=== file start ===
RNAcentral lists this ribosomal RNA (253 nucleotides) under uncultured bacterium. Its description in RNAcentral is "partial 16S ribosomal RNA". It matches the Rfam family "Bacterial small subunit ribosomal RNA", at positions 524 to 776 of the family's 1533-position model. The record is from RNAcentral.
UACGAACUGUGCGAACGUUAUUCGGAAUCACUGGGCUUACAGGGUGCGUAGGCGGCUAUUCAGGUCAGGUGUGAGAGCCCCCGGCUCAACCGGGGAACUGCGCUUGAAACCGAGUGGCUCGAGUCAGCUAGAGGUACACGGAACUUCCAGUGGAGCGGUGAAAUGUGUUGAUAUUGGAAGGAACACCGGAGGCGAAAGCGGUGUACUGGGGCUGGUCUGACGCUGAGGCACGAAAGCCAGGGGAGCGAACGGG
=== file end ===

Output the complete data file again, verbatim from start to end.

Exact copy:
RNAcentral lists this ribosomal RNA (253 nucleotides) under uncultured bacterium. Its description in RNAcentral is "partial 16S ribosomal RNA". It matches the Rfam family "Bacterial small subunit ribosomal RNA", at positions 524 to 776 of the family's 1533-position model. The record is from RNAcentral.
UACGAACUGUGCGAACGUUAUUCGGAAUCACUGGGCUUACAGGGUGCGUAGGCGGCUAUUCAGGUCAGGUGUGAGAGCCCCCGGCUCAACCGGGGAACUGCGCUUGAAACCGAGUGGCUCGAGUCAGCUAGAGGUACACGGAACUUCCAGUGGAGCGGUGAAAUGUGUUGAUAUUGGAAGGAACACCGGAGGCGAAAGCGGUGUACUGGGGCUGGUCUGACGCUGAGGCACGAAAGCCAGGGGAGCGAACGGG